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Fran Allison and the Kuklapolitans

Published: 6/13/2014
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Fran Allison (Wikimedia Commons)

Today, the pop-culture landscape is rich with children's television that secretly (or not so secretly) entertains adults while still delighting children. Shows like SpongeBob SquarePants, Adventure Time and Sesame Street manage to thread that needle thanks in large part to the example set by Fran Allison on the seminal show Kukla, Fran and Ollie. Allison, who died 25 years ago today, was the only human cast member in a world of puppet friends voiced by puppeteer Burr Tillstrom. Together with Tillstrom's creations, Allison charmed viewers of all ages with songs and skits for 10 years.


Kukla, Fran and Ollie was a huge hit, receiving 15,000 pieces of fan mail per day at its peak, according to Allison's 1989 Chicago Tribune obituary. It aired nationwide at 7 p.m., five days a week, starting in 1949 and, according to additional reporting from the Tribune, fans included cultural luminaries Orson Welles, John Steinbeck and James Thurber.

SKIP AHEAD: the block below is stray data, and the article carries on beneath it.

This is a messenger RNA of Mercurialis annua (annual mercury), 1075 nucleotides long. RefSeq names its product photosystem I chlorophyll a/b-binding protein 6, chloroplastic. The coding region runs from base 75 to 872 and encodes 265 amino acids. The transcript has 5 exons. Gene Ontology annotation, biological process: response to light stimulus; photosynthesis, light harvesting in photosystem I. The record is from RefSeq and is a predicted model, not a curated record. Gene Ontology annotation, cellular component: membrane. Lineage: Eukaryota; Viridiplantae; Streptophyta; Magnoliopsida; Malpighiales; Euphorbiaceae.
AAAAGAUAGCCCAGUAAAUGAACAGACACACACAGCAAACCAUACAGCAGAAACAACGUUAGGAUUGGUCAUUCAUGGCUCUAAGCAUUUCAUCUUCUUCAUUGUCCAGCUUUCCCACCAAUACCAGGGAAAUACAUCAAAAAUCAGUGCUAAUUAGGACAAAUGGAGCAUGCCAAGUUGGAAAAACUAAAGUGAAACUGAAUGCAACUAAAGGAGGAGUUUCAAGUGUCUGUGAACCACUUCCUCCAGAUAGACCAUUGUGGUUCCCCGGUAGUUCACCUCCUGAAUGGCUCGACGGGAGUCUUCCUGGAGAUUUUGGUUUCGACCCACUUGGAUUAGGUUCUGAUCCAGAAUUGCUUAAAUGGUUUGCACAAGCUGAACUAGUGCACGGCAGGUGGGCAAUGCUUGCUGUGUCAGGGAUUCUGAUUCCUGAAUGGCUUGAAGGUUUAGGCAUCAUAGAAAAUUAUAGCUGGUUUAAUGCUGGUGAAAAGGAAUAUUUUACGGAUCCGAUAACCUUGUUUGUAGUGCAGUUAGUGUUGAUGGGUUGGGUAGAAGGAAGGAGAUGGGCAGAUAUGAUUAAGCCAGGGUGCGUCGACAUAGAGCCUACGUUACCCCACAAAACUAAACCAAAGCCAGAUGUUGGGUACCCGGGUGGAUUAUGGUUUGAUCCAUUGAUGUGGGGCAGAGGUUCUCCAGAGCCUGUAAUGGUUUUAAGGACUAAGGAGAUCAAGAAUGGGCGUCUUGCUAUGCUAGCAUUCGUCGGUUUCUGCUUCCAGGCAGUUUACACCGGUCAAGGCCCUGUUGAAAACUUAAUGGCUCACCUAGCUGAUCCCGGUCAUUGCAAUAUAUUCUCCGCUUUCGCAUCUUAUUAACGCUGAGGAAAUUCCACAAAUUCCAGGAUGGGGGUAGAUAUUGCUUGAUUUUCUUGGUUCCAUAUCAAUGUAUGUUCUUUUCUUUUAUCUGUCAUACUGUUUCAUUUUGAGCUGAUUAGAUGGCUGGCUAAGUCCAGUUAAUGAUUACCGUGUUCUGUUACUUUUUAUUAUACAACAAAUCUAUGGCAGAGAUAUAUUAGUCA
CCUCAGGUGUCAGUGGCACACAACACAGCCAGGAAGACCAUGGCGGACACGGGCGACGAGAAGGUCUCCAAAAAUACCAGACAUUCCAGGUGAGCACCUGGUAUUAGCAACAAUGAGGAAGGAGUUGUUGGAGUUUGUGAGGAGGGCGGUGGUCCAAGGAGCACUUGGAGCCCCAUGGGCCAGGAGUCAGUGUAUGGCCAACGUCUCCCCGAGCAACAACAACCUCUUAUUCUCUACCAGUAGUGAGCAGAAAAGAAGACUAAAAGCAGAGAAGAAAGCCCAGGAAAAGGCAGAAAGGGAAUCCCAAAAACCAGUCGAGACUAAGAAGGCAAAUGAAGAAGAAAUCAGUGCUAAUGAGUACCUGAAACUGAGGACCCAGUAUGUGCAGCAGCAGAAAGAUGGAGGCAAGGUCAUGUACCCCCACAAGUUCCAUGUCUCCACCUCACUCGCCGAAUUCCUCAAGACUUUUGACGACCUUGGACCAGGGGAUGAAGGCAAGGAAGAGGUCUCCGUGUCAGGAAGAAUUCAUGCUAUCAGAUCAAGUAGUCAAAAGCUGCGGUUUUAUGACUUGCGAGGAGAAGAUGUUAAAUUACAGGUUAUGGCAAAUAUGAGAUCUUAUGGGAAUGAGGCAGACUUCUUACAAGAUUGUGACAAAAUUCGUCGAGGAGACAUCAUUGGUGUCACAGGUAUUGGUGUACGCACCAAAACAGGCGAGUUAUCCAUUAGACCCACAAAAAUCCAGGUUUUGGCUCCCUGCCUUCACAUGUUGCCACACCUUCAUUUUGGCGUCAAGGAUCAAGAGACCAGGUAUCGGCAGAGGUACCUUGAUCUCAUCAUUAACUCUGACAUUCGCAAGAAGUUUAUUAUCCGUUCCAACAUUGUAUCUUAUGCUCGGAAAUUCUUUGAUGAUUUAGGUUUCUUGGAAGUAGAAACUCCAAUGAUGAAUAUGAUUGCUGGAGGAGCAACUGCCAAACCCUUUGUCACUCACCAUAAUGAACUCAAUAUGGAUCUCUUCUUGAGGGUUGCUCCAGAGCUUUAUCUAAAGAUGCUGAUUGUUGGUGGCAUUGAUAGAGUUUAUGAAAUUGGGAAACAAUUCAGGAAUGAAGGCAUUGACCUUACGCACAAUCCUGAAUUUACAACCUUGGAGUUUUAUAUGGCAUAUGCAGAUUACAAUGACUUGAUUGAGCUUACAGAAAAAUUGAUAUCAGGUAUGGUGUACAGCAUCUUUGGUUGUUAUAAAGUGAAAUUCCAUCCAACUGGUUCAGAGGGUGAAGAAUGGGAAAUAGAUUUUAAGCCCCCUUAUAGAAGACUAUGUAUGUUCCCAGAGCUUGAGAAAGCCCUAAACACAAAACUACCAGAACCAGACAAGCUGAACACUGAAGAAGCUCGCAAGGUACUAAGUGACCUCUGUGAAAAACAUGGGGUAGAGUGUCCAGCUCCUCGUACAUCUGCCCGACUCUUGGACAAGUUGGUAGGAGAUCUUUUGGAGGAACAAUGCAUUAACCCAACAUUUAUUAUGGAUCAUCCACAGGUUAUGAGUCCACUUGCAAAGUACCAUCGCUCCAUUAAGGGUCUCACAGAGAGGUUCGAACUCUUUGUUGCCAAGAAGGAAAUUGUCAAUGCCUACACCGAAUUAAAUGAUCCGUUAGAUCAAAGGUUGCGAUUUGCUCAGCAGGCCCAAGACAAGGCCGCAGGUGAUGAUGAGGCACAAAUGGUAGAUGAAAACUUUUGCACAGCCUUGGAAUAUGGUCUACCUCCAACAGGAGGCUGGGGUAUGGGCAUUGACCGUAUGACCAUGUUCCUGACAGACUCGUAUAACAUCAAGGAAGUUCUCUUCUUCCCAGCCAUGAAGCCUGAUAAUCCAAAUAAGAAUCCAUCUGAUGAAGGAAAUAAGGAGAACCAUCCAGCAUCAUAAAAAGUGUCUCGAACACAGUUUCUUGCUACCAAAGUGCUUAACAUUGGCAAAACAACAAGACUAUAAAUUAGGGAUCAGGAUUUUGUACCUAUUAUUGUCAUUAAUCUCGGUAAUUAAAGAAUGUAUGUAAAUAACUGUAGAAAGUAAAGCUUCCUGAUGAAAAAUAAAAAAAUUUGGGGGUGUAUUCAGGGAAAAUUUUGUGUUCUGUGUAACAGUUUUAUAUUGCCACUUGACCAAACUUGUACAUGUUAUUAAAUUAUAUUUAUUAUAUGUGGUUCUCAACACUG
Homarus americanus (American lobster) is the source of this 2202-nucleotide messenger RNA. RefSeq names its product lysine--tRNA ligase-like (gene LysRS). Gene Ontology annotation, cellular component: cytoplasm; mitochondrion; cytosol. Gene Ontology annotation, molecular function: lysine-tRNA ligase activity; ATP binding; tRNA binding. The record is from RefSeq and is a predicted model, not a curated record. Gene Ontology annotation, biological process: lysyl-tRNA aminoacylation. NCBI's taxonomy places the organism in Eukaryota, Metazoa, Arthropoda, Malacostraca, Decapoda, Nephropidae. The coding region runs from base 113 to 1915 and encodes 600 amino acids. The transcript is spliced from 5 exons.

Every episode of Kukla, Fran and Ollie was unscripted, according to the Tribune, as Tillstrom was unable to hold a script while manipulating the puppets. Thankfully Allison was an accomplished comedian and performer, able to think on her feet before a live audience. In her New York Times obituary, Allison is quoted as saying, "On the air, you say exactly the same thing you would say if it happened for the first time, off the air." Her banter with the puppets was always natural, familiar and funny, helping to build up the puppets as seemingly living characters in the eyes of viewers. According to The New York Times, 6 million viewers tuned in to see the show in 1950, which the Times' television critic called "one of the most imaginative shows ever developed in the electronic medium."

Allison's legacy proved inspirational, providing a steppingstone for generations of producers to make quality television programming for children and adults alike. The echoes of her work can be seen through the years in programs like Mister Rogers' Neighborhood, Sesame Street and wherever imaginations are allowed to run free.

Written by Seth Joseph. Find him on Google+.

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